Evaluation and Patents
EVALUATION OF THE INVENTION
A technology transfer professional in the Innovation Partnership Services Office will interview and consult the inventor regarding the invention disclosure. The office personnel will carry out a patent literature search and review (this is a review of the written professional journals, refereed papers, conference presentations, and public disclosures that are related or similar in nature to your invention) to determine the status of the prior patent art and will assess the market to determine the commercial potential of the invention. Together we will discuss the invention and make a preliminary evaluation of novelty and usefulness of the invention, likelihood of patentability, possible markets (industrial interest in technology) and manufacturing feasibility (projected development time and cost). Inventor’s expertise is especially helpful during the evaluation for patentability, in the patent application process, in identifying licensing prospects, and in meeting with companies expressing interest. Inventors typically provide technical evaluation of previous patents and publications in their field, supply information to the patent attorney, review draft applications and responses to government actions, and discuss technical aspects with interested companies.
The ultimate goal of these joint efforts between the Innovation Partnership Services Office and the Inventor is to decide if the invention is patentable and if it is licensable (will a company pay UNCG for the right to commercially practice the invention). Normally, an invention is considered patentable if it is:
- Novel – the invention must be demonstrably different from any prior art (it must be the inventor’s original work). It cannot be described in prior public disclosures or any prototype of the invention made available to the public.
- Useful – the invention has some qualitative benefit, i.e., the patent application must specify a demonstrable utility for the invention.
- Non-obvious – the invention cannot be obvious to a person of “ordinary skill” in the art. Non-obviousness usually is demonstrated by showing that practicing the invention yields surprising, unexpected results.
The Innovation Partnership Services Office will often submit the invention to the Science Committee for consideration. The Science Committee will test the scientific rigor of the invention and see if important research practices were inherent in the research process.
The disclosure evaluation process may take anywhere from a week to three months, and possibly longer, depending on the complexity of the invention and the target industry. Inventors are kept informed of the evaluation process and any actions taken, and their input is considered in making decisions about the University’s protection and licensing of the invention.
If the invention appears to be patentable and licensable, Innovation Partnership Services Office Staff will proceed with the patent application. UNCG has limited funds for the expensive process of patenting, so IPSO staff must make informed decisions about which inventions have the most potential to be legally protected and become valuable products.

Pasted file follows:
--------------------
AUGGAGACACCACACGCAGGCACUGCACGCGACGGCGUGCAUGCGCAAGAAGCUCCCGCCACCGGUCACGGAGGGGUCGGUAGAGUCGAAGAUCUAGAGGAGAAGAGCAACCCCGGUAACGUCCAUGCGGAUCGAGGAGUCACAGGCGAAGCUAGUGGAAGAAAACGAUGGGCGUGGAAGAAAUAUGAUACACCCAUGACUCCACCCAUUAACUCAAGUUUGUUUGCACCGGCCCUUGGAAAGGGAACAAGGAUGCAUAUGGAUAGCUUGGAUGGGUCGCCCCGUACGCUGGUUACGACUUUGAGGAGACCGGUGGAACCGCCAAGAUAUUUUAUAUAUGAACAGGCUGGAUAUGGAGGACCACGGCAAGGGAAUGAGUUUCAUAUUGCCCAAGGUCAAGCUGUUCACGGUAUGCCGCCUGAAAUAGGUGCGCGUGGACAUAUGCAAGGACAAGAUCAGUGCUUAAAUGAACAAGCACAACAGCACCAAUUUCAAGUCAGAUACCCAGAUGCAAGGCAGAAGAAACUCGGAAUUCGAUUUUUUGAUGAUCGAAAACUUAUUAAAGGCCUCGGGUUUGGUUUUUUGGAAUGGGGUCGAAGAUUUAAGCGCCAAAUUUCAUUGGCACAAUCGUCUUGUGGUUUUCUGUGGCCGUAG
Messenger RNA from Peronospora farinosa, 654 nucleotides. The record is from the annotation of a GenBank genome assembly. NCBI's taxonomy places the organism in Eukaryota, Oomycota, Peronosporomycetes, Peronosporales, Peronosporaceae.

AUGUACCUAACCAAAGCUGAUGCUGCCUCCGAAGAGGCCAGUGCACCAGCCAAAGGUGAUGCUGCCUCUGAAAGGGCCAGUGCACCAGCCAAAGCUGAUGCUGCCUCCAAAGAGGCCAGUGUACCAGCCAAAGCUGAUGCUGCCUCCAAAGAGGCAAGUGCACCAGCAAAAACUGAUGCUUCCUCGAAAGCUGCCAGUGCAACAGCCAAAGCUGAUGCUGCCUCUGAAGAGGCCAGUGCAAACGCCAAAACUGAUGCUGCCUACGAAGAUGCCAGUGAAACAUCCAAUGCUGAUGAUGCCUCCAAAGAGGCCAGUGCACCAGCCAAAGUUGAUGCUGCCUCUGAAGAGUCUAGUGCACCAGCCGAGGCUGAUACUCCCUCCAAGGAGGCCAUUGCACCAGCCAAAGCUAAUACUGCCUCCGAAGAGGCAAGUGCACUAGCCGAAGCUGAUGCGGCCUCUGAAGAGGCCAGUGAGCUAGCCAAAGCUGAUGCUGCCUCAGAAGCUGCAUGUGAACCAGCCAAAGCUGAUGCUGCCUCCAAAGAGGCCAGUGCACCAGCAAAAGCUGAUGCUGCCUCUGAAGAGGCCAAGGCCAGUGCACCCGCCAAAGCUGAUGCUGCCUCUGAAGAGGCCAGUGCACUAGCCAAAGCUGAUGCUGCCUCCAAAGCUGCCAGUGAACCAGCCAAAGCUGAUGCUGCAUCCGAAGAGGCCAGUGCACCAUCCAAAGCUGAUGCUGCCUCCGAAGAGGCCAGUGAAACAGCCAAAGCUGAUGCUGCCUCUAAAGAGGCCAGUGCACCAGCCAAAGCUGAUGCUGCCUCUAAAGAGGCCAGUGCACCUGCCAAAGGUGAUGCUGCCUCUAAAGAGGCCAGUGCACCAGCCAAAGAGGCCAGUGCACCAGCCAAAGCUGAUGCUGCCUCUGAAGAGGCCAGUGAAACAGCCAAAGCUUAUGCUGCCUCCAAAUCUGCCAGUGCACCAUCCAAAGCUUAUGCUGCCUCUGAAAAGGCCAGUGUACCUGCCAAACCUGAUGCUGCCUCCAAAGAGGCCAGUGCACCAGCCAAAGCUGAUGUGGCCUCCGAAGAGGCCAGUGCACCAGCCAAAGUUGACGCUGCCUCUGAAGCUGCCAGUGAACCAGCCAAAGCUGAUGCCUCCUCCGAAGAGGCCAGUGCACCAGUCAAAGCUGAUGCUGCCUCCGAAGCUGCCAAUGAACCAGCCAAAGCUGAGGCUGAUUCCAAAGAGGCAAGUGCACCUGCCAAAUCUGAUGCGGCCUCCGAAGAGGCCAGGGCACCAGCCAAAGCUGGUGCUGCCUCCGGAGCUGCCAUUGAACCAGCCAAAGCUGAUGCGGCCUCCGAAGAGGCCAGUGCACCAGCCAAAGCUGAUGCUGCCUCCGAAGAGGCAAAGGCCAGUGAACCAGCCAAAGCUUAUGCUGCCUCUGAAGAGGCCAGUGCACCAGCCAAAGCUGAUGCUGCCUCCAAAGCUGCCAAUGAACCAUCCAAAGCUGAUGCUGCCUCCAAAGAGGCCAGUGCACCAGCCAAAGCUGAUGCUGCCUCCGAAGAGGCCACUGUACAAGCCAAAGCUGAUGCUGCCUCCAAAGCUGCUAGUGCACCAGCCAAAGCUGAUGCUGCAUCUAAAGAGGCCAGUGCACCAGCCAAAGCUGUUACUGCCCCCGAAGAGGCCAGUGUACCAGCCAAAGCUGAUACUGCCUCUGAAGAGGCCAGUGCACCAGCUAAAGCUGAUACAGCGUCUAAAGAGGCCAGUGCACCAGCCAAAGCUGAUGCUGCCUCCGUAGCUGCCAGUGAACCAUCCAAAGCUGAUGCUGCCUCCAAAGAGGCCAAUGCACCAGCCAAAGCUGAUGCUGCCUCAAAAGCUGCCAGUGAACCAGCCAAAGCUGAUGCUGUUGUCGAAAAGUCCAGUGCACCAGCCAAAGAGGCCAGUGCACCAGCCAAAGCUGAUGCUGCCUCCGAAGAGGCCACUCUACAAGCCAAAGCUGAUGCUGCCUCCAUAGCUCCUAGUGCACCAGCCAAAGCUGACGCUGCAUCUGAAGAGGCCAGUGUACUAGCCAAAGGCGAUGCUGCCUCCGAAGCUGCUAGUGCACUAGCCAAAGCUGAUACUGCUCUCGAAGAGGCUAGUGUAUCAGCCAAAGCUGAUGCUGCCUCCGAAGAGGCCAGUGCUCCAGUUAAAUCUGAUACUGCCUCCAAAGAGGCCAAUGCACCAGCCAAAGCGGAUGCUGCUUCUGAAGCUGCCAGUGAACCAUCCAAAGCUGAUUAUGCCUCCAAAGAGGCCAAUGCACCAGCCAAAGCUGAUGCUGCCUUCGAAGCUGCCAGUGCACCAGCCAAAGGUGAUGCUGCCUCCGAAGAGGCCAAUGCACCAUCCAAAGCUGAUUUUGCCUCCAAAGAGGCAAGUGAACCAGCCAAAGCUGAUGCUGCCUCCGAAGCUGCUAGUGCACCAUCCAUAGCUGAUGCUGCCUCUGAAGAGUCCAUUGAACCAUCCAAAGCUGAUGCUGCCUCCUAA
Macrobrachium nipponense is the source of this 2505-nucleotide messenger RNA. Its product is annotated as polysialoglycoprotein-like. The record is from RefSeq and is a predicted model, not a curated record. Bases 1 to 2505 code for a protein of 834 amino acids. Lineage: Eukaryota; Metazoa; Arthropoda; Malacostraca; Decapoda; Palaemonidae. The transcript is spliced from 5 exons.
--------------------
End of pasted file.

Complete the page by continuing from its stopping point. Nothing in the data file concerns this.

WHAT IS A PATENT?
A U.S. Patent for an invention is the grant of a property right to the inventor(s), issued by the U.S. Patent and Trademark Office. A patent permits its owner to exclude members of the public from making, using, or selling the claimed invention. Most countries of the world have patent systems, although the patent terms and types of patents vary.
There are 3 major types of patents:
- Utility patents may be granted to anyone who invents or discovers any new and useful process, machine, article of manufacture, or compositions of matters, or any new useful improvement thereof.
- Design patents may be granted to anyone who invents a new, original, and ornamental design for an article of manufacture.
- Plant patents may be granted to anyone who invents or discovers and asexually reproduces any distinct and new variety of plant.
A Patent Application is a set of papers that describe an invention and that are suitable for filing in a patent office in order to apply for a patent on the invention.
HOW LONG DOES IT TAKE TO OBTAIN A PATENT? WHAT IS THE COST OF OBTAINING A PATENT?
The entire process may take from two to six years. The cost of a U. S. patent typically ranges from $15,000 to $50,000.
WHO PAYS FOR THE PATENT?
If the University is interested in the invention, then all legal expenses and fees for the preparation, prosecution and maintenance of patent filings are paid by IPSO. However, IPSO tries to recover such costs from research sponsors or licensees.
IS COMPUTER SOFTWARE PATENTABLE?
Under current U. S. law, not all computer software may be patentable. It is, however, covered by the Copyright Act of 1976, under which computer software (as well as all other copyrightable work) is protected by Federal Statute from the moment it is “fixed” in a tangible form
HOW DO I SEARCH FOR PRIOR ART PATENTS?
You can use the site listed below to search for prior art patents:
- U.S. Patent & Trademark Office Web Patent Databases – Contact the IPSO and our staff can conduct a search for you